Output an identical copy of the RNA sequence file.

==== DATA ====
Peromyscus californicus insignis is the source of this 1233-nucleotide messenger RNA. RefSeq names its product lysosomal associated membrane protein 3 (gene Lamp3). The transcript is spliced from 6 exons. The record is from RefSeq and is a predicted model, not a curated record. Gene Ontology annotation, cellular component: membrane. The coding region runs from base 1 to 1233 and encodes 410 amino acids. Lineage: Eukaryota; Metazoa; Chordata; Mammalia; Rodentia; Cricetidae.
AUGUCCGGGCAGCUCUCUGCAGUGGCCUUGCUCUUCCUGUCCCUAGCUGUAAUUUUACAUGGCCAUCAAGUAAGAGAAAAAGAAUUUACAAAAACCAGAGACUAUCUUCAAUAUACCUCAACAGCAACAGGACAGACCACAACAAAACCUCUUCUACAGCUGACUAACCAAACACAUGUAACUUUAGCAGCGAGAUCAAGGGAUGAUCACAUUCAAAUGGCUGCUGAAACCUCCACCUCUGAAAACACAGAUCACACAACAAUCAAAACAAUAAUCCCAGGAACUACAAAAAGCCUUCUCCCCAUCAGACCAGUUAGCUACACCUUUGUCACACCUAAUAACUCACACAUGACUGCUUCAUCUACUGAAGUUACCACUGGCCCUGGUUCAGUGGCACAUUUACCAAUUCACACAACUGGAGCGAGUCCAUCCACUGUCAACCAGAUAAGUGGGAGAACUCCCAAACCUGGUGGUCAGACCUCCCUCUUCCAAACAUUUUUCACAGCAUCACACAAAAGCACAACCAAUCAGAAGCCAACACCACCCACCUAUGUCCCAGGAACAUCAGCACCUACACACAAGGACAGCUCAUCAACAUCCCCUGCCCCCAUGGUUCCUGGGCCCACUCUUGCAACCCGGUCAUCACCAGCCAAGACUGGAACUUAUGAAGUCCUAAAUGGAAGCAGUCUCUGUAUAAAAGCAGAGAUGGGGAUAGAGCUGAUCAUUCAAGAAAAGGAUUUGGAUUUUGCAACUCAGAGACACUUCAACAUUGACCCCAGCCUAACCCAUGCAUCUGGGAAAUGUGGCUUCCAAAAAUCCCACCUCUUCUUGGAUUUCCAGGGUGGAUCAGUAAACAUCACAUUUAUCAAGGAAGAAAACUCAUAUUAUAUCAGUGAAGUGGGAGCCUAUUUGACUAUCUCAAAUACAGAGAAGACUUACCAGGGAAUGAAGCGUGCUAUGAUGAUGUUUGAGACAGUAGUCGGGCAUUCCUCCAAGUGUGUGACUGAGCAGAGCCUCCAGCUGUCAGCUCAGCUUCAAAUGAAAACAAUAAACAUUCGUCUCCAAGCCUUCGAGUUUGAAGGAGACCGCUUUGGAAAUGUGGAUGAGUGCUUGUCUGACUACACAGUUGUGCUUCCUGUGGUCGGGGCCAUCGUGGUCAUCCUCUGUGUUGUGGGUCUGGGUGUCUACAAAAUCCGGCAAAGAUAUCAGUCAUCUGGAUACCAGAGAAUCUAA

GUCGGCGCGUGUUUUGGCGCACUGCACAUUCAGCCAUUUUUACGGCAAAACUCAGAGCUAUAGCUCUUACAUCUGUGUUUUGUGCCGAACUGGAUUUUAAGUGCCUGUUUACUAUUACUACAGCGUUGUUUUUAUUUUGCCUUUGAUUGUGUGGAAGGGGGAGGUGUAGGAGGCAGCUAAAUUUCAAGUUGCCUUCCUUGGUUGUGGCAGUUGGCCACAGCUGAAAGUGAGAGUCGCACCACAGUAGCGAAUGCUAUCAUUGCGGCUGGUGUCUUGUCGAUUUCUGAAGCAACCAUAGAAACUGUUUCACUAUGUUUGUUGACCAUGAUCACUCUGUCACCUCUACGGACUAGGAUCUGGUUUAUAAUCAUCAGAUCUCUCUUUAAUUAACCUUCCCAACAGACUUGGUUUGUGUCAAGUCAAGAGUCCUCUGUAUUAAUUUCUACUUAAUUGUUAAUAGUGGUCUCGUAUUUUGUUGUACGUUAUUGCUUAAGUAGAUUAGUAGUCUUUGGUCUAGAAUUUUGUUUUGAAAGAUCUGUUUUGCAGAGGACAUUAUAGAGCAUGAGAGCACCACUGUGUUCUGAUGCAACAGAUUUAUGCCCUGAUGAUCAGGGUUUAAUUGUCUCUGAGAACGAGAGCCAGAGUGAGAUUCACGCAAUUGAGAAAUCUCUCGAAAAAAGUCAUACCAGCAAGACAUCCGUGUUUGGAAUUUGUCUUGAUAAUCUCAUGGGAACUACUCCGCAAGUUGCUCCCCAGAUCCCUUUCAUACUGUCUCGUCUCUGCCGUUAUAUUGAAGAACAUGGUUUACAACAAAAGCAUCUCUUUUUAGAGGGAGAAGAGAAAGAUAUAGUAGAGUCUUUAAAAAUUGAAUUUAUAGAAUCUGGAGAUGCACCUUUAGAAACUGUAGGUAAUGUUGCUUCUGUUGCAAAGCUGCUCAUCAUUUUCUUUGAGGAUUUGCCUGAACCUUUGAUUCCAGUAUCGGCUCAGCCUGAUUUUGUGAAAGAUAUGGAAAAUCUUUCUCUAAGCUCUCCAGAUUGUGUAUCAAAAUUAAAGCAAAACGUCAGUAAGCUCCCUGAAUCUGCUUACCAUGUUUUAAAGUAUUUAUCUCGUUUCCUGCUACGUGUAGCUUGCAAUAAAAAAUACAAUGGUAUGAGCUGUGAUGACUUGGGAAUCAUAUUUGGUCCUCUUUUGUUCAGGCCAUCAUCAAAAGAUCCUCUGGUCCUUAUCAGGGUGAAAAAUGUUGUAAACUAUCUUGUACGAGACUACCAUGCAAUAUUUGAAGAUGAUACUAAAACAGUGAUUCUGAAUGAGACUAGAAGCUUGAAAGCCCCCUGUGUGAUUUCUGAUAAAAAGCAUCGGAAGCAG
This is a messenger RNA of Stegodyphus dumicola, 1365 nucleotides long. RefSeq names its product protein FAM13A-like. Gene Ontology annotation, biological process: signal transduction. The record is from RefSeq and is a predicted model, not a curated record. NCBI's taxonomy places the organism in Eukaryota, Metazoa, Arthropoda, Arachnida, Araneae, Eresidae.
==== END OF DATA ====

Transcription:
Peromyscus californicus insignis is the source of this 1233-nucleotide messenger RNA. RefSeq names its product lysosomal associated membrane protein 3 (gene Lamp3). The transcript is spliced from 6 exons. The record is from RefSeq and is a predicted model, not a curated record. Gene Ontology annotation, cellular component: membrane. The coding region runs from base 1 to 1233 and encodes 410 amino acids. Lineage: Eukaryota; Metazoa; Chordata; Mammalia; Rodentia; Cricetidae.
AUGUCCGGGCAGCUCUCUGCAGUGGCCUUGCUCUUCCUGUCCCUAGCUGUAAUUUUACAUGGCCAUCAAGUAAGAGAAAAAGAAUUUACAAAAACCAGAGACUAUCUUCAAUAUACCUCAACAGCAACAGGACAGACCACAACAAAACCUCUUCUACAGCUGACUAACCAAACACAUGUAACUUUAGCAGCGAGAUCAAGGGAUGAUCACAUUCAAAUGGCUGCUGAAACCUCCACCUCUGAAAACACAGAUCACACAACAAUCAAAACAAUAAUCCCAGGAACUACAAAAAGCCUUCUCCCCAUCAGACCAGUUAGCUACACCUUUGUCACACCUAAUAACUCACACAUGACUGCUUCAUCUACUGAAGUUACCACUGGCCCUGGUUCAGUGGCACAUUUACCAAUUCACACAACUGGAGCGAGUCCAUCCACUGUCAACCAGAUAAGUGGGAGAACUCCCAAACCUGGUGGUCAGACCUCCCUCUUCCAAACAUUUUUCACAGCAUCACACAAAAGCACAACCAAUCAGAAGCCAACACCACCCACCUAUGUCCCAGGAACAUCAGCACCUACACACAAGGACAGCUCAUCAACAUCCCCUGCCCCCAUGGUUCCUGGGCCCACUCUUGCAACCCGGUCAUCACCAGCCAAGACUGGAACUUAUGAAGUCCUAAAUGGAAGCAGUCUCUGUAUAAAAGCAGAGAUGGGGAUAGAGCUGAUCAUUCAAGAAAAGGAUUUGGAUUUUGCAACUCAGAGACACUUCAACAUUGACCCCAGCCUAACCCAUGCAUCUGGGAAAUGUGGCUUCCAAAAAUCCCACCUCUUCUUGGAUUUCCAGGGUGGAUCAGUAAACAUCACAUUUAUCAAGGAAGAAAACUCAUAUUAUAUCAGUGAAGUGGGAGCCUAUUUGACUAUCUCAAAUACAGAGAAGACUUACCAGGGAAUGAAGCGUGCUAUGAUGAUGUUUGAGACAGUAGUCGGGCAUUCCUCCAAGUGUGUGACUGAGCAGAGCCUCCAGCUGUCAGCUCAGCUUCAAAUGAAAACAAUAAACAUUCGUCUCCAAGCCUUCGAGUUUGAAGGAGACCGCUUUGGAAAUGUGGAUGAGUGCUUGUCUGACUACACAGUUGUGCUUCCUGUGGUCGGGGCCAUCGUGGUCAUCCUCUGUGUUGUGGGUCUGGGUGUCUACAAAAUCCGGCAAAGAUAUCAGUCAUCUGGAUACCAGAGAAUCUAA

GUCGGCGCGUGUUUUGGCGCACUGCACAUUCAGCCAUUUUUACGGCAAAACUCAGAGCUAUAGCUCUUACAUCUGUGUUUUGUGCCGAACUGGAUUUUAAGUGCCUGUUUACUAUUACUACAGCGUUGUUUUUAUUUUGCCUUUGAUUGUGUGGAAGGGGGAGGUGUAGGAGGCAGCUAAAUUUCAAGUUGCCUUCCUUGGUUGUGGCAGUUGGCCACAGCUGAAAGUGAGAGUCGCACCACAGUAGCGAAUGCUAUCAUUGCGGCUGGUGUCUUGUCGAUUUCUGAAGCAACCAUAGAAACUGUUUCACUAUGUUUGUUGACCAUGAUCACUCUGUCACCUCUACGGACUAGGAUCUGGUUUAUAAUCAUCAGAUCUCUCUUUAAUUAACCUUCCCAACAGACUUGGUUUGUGUCAAGUCAAGAGUCCUCUGUAUUAAUUUCUACUUAAUUGUUAAUAGUGGUCUCGUAUUUUGUUGUACGUUAUUGCUUAAGUAGAUUAGUAGUCUUUGGUCUAGAAUUUUGUUUUGAAAGAUCUGUUUUGCAGAGGACAUUAUAGAGCAUGAGAGCACCACUGUGUUCUGAUGCAACAGAUUUAUGCCCUGAUGAUCAGGGUUUAAUUGUCUCUGAGAACGAGAGCCAGAGUGAGAUUCACGCAAUUGAGAAAUCUCUCGAAAAAAGUCAUACCAGCAAGACAUCCGUGUUUGGAAUUUGUCUUGAUAAUCUCAUGGGAACUACUCCGCAAGUUGCUCCCCAGAUCCCUUUCAUACUGUCUCGUCUCUGCCGUUAUAUUGAAGAACAUGGUUUACAACAAAAGCAUCUCUUUUUAGAGGGAGAAGAGAAAGAUAUAGUAGAGUCUUUAAAAAUUGAAUUUAUAGAAUCUGGAGAUGCACCUUUAGAAACUGUAGGUAAUGUUGCUUCUGUUGCAAAGCUGCUCAUCAUUUUCUUUGAGGAUUUGCCUGAACCUUUGAUUCCAGUAUCGGCUCAGCCUGAUUUUGUGAAAGAUAUGGAAAAUCUUUCUCUAAGCUCUCCAGAUUGUGUAUCAAAAUUAAAGCAAAACGUCAGUAAGCUCCCUGAAUCUGCUUACCAUGUUUUAAAGUAUUUAUCUCGUUUCCUGCUACGUGUAGCUUGCAAUAAAAAAUACAAUGGUAUGAGCUGUGAUGACUUGGGAAUCAUAUUUGGUCCUCUUUUGUUCAGGCCAUCAUCAAAAGAUCCUCUGGUCCUUAUCAGGGUGAAAAAUGUUGUAAACUAUCUUGUACGAGACUACCAUGCAAUAUUUGAAGAUGAUACUAAAACAGUGAUUCUGAAUGAGACUAGAAGCUUGAAAGCCCCCUGUGUGAUUUCUGAUAAAAAGCAUCGGAAGCAG
This is a messenger RNA of Stegodyphus dumicola, 1365 nucleotides long. RefSeq names its product protein FAM13A-like. Gene Ontology annotation, biological process: signal transduction. The record is from RefSeq and is a predicted model, not a curated record. NCBI's taxonomy places the organism in Eukaryota, Metazoa, Arthropoda, Arachnida, Araneae, Eresidae.